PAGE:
Alabama’s Black Belt stretches across the middle of the state from Mississippi to near the Georgia line. Abundant in human, geographic and cultural diversity, the Black Belt’s name was derived from its rich, dark soil.
Covering central and west Alabama, the Black Belt is a complex area — abundant in the natural beauty, talents and treasures of its people. From the nationally recognized Gee’s Bend Quilters to its fertile farmland and scenic byways, it is known for its great beauty. However, it’s also an area that’s been deeply affected by the interconnected challenges of poverty, limited educational opportunities, and high unemployment rates.
The Black Belt has long struggled with the complex issues related to systemic poverty, but progress is being made. “There’s a saying that ‘So goes the Black Belt, so goes Alabama,’” offers Felecia Lucky, Executive Director of the Black Belt Community Foundation (BBCF). The BBCF serves as a central organizing force, awarding community program and arts grants to more than 100 nonprofits in the region each year in the areas of education, arts and culture, community economic development, and health and wellness. Working with gifts from national and regional foundations, including Protective Life Corporation, the BBCF helps direct resources to organizations that are tackling the area’s struggles head-on.
The BBCF’s effectiveness stems from the fact that leaders believe in listening to the community, identifying needs, and finding solutions based on that feedback. “We were really created by our community for our community,” says Felecia. The Livingston, Alabama native and her colleagues conduct community listening sessions, traveling across the 12-county area to better understand the concerns and challenges of its people.
The mission of the BBCF is fulfilled through a number of channels. First, through program funding, the foundation supports initiatives that already exist, furthering their missions in areas such as increasing graduation rates and improving reading programs. One program of note is a partnership between the Birmingham Education Foundation and SAIL Alliance. This program works to close the gap in education during summer months, the primary cause of the academic performance loss for low-income students.
BBCF also connects organizations with seed grants, as evidenced by the Black Belt Folk Root Festival. One of Alabama’s longest running festivals, it didn’t have a children’s stage, so its programming was limited. The BBCF helped secure funding, and now children can participate in learning about the rich culture of the Black Belt.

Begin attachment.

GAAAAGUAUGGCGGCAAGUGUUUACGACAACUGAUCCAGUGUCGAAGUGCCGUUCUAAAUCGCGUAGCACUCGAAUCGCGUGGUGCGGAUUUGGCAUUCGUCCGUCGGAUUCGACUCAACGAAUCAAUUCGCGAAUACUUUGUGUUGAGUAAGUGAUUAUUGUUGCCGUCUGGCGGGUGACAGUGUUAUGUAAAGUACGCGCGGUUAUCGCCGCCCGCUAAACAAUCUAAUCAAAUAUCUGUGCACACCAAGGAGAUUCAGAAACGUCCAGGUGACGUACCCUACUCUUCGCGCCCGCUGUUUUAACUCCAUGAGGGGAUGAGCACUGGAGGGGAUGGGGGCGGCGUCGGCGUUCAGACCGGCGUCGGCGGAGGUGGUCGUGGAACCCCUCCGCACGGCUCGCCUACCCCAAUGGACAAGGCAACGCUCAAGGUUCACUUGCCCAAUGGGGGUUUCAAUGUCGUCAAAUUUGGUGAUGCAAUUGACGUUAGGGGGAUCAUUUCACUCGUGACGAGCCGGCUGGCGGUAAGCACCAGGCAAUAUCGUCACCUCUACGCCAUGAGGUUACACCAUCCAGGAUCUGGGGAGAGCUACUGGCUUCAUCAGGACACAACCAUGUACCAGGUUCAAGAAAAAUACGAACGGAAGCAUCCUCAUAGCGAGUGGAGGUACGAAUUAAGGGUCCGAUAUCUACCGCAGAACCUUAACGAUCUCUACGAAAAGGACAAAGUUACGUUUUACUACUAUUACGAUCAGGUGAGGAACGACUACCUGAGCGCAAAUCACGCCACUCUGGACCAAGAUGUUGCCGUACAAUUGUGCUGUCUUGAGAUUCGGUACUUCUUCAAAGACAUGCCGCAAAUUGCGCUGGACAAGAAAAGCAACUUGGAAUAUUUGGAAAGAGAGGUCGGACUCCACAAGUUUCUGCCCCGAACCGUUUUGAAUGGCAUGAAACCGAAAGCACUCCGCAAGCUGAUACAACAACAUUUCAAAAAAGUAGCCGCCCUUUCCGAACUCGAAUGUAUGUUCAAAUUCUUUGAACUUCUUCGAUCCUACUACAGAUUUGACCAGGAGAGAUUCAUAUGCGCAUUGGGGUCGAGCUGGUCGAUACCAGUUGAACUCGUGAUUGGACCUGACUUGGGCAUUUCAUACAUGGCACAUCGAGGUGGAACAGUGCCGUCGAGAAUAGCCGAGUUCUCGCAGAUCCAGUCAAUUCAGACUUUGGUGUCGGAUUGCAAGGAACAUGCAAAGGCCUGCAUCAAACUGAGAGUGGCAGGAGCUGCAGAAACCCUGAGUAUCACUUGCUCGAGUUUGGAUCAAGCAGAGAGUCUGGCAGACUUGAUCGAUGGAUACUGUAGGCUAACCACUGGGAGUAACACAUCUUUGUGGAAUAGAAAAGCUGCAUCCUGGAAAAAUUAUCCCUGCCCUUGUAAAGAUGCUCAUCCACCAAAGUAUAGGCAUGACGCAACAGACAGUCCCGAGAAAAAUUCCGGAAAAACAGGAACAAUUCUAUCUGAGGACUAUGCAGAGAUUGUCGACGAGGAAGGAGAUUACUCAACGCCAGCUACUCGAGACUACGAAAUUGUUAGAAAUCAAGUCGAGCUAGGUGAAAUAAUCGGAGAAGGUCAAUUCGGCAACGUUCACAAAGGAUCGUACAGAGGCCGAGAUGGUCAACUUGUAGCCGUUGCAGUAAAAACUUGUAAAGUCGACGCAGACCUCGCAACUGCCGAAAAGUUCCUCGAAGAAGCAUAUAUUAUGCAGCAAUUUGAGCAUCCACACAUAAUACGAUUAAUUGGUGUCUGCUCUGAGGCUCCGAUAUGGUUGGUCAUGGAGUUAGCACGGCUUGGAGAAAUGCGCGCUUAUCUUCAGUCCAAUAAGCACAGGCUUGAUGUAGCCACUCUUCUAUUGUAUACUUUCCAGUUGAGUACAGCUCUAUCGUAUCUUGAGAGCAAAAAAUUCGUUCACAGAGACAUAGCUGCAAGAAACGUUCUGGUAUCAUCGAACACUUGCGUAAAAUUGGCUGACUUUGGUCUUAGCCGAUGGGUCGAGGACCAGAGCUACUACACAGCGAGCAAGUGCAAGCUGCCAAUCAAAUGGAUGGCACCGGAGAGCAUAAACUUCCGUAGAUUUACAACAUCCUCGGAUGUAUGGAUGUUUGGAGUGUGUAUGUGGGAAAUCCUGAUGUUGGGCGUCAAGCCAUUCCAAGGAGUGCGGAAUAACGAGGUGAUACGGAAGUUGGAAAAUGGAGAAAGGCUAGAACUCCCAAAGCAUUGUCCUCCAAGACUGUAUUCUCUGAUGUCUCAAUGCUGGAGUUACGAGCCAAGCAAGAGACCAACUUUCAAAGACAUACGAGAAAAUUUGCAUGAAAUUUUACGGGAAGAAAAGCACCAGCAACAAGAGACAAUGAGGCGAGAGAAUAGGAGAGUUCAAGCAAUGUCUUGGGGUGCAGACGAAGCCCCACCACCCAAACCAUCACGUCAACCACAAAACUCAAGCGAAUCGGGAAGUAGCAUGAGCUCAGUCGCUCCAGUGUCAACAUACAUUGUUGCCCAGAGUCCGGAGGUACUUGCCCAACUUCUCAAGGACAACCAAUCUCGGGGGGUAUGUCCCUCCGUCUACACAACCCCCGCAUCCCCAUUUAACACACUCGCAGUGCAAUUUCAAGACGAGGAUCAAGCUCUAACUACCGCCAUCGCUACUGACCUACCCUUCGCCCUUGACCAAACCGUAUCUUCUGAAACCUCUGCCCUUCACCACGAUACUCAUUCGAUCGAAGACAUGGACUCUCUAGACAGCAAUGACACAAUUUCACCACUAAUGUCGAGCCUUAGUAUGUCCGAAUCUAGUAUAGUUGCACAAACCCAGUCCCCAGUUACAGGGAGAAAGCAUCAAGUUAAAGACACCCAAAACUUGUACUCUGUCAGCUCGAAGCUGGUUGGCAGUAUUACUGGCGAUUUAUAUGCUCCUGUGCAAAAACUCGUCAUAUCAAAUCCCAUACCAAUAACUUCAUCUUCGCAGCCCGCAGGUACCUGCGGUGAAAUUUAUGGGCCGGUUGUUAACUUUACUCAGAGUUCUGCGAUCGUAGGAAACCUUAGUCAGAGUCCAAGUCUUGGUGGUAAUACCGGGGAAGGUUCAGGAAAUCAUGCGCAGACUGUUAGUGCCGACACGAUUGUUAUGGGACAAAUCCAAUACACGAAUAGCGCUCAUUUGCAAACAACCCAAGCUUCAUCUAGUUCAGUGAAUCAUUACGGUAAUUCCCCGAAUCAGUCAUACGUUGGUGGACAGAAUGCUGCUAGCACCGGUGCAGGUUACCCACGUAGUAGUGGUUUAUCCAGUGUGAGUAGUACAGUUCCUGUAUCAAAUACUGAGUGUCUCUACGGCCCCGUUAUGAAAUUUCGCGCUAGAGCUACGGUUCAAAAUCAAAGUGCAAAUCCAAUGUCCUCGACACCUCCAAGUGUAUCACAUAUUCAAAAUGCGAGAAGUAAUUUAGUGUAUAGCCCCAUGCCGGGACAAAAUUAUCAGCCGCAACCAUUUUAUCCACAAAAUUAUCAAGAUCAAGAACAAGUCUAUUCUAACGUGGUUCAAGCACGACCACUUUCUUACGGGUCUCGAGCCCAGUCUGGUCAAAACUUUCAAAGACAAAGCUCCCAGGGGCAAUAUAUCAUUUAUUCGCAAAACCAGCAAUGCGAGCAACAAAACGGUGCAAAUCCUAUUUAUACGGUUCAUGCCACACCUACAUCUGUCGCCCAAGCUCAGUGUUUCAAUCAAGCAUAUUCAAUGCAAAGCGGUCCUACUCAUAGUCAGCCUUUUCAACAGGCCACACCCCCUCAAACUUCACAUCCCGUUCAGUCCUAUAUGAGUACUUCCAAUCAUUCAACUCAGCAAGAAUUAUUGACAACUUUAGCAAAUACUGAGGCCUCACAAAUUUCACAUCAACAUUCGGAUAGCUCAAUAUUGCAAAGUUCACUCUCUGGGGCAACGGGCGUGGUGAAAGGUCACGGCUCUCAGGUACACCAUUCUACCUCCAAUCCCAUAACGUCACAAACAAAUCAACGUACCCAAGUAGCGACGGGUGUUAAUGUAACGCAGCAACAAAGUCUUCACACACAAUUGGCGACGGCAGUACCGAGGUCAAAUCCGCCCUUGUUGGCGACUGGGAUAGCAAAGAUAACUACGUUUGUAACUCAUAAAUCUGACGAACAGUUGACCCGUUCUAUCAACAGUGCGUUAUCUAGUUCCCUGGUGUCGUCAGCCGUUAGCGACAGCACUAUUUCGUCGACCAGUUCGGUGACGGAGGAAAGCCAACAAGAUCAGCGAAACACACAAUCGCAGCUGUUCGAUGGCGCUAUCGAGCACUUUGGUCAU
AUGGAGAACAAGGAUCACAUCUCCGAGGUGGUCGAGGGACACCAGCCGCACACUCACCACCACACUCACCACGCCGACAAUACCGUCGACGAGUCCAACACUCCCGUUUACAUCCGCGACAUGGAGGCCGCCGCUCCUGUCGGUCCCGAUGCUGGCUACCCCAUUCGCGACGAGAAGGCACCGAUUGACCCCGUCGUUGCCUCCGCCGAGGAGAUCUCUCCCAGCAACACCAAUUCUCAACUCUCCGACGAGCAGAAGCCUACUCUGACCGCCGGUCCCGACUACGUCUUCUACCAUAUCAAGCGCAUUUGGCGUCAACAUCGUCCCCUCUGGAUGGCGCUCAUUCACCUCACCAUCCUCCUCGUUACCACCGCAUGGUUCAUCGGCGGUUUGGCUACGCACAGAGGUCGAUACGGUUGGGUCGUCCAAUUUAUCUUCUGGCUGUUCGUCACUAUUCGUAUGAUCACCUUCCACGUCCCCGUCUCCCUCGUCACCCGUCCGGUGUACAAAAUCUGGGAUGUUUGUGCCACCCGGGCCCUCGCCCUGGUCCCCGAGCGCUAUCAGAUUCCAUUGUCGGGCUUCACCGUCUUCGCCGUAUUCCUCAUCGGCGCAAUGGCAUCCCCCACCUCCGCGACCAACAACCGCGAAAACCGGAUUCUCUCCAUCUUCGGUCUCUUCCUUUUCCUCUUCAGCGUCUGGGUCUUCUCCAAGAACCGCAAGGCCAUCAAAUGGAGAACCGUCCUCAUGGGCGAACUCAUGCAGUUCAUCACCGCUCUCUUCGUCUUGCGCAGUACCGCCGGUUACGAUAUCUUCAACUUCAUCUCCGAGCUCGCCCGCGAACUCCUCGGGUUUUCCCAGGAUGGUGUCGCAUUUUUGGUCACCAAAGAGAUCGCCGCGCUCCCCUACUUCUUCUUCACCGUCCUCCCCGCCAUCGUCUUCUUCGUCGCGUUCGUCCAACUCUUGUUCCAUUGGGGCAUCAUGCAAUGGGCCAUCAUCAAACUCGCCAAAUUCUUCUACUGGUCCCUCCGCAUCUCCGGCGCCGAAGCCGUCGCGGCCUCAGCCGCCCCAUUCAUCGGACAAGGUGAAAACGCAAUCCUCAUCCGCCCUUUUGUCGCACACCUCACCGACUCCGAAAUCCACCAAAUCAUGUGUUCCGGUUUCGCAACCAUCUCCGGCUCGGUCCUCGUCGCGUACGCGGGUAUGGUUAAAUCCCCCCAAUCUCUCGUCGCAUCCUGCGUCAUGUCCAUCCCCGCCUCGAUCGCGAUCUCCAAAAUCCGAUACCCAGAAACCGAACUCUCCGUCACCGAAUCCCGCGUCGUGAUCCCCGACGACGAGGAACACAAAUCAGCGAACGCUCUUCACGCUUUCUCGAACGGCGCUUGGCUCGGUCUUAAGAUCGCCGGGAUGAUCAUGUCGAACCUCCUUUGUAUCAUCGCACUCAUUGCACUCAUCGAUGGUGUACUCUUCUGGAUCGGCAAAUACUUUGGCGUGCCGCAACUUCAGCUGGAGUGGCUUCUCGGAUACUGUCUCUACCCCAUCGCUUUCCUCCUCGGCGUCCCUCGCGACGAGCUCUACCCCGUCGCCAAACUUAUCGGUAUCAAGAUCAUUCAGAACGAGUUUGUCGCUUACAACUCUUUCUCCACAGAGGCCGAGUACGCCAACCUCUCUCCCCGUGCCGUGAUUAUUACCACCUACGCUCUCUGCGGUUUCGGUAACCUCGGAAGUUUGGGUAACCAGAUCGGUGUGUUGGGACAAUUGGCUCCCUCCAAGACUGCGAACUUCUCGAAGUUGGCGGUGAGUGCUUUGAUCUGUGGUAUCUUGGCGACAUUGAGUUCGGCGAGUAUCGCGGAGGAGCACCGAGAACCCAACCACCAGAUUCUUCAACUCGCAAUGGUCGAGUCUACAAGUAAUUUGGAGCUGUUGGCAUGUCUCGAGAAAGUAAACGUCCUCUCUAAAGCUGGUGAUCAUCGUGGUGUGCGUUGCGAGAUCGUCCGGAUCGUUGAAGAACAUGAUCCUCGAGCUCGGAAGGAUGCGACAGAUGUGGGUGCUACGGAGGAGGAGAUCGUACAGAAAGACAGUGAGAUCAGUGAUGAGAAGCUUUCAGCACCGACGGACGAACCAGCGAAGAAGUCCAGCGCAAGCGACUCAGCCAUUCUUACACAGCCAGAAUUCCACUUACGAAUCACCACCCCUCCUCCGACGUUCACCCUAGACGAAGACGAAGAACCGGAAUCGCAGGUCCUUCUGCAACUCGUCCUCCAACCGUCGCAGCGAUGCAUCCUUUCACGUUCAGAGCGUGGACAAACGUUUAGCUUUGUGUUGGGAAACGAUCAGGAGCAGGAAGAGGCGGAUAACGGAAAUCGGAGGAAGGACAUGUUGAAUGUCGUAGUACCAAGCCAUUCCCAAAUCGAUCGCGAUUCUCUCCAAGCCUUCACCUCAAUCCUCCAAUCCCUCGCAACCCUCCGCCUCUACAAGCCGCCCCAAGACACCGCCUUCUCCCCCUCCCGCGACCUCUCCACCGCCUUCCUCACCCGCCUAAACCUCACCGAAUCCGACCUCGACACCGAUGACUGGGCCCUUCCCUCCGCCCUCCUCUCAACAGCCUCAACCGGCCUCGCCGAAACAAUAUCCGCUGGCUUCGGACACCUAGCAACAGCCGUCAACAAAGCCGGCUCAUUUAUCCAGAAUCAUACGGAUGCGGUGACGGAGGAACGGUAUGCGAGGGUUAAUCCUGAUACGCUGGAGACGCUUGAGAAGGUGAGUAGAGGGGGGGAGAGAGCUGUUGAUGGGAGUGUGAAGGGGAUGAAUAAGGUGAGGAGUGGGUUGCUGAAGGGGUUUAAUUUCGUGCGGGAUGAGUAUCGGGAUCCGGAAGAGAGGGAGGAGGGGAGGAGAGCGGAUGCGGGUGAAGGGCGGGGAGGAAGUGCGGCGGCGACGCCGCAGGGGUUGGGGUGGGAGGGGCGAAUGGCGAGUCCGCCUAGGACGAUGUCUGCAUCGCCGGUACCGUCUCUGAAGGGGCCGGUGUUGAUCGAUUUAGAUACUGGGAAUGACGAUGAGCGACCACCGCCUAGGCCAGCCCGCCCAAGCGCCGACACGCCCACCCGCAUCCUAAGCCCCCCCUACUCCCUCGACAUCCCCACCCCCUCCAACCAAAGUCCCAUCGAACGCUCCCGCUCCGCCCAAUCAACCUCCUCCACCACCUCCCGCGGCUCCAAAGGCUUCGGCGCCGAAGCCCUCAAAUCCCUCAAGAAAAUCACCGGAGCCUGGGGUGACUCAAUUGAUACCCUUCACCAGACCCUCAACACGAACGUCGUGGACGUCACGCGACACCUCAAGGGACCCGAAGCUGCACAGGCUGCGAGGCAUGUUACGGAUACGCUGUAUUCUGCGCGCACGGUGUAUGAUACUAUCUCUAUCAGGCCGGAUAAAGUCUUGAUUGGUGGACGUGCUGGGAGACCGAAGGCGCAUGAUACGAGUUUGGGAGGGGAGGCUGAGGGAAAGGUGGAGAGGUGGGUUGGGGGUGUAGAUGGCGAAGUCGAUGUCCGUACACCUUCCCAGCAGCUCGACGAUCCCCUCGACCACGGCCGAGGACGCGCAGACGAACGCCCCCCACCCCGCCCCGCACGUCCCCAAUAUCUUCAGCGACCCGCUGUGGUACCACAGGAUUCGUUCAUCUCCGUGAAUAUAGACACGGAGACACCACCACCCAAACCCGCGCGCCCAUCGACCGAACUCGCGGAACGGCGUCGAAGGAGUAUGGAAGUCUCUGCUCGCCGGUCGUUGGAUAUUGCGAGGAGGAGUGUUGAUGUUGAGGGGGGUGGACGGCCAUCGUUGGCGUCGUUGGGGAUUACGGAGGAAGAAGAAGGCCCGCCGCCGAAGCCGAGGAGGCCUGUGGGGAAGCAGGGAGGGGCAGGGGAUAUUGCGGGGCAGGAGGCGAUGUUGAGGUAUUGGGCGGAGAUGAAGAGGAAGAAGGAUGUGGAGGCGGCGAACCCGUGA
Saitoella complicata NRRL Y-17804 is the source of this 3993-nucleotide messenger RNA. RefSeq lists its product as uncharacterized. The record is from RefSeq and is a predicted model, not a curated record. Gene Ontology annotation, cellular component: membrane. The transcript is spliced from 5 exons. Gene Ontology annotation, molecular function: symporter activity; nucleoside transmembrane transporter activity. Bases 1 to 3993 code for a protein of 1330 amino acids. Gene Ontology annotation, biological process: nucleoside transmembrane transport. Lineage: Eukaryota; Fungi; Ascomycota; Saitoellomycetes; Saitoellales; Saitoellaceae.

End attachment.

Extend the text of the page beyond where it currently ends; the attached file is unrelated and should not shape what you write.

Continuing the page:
The BBCF serves as a catalyst for Black Belt nonprofits to grow and evolve by facilitating collaboration and technical assistance. For instance, many of the museums throughout the area don’t have the funds to connect with and learn from larger museum associations, so the BBCF advises on everything from preserving collections to utilizing social media best practices.
Felecia says that the Black Belt has experienced many improvements, and these wouldn’t be possible without leaders from inside and outside the region. Protective Life Corporation, through the Protective Life Foundation, is a longtime supporter of the BBCF.
This month, the BBCF honors John D. Johns, Protective’s Chairman and CEO, naming him the 2016 recipient of the Black Belt Legacy Award, which honors Alabamians who have distinguished themselves in providing leadership and support toward building a better and stronger Black Belt Region. He will be honored at the Legacy Award Dinner in Birmingham on October 18, which will also feature arts and crafts from the Black Belt, including the Gees Bend Quilters.
“We appreciate our partners and friends, both near and far, who have given so selflessly to make the Black Belt a stronger region,” Felecia says. “It’s through our partners’ generous gifts of time, talents and treasure that we have been successful in transforming this region so many call home.”
According to Felecia, Johns has long-taken a keen interest in holistic efforts to tackle the region’s toughest problems, providing strategic guidance and advocating for its residents — present and future.
“Johnny Johns is the epitome of what a good corporate leader should look like. He sees the potential of the people of our region and works to empower our communities as part of the solution,” she says.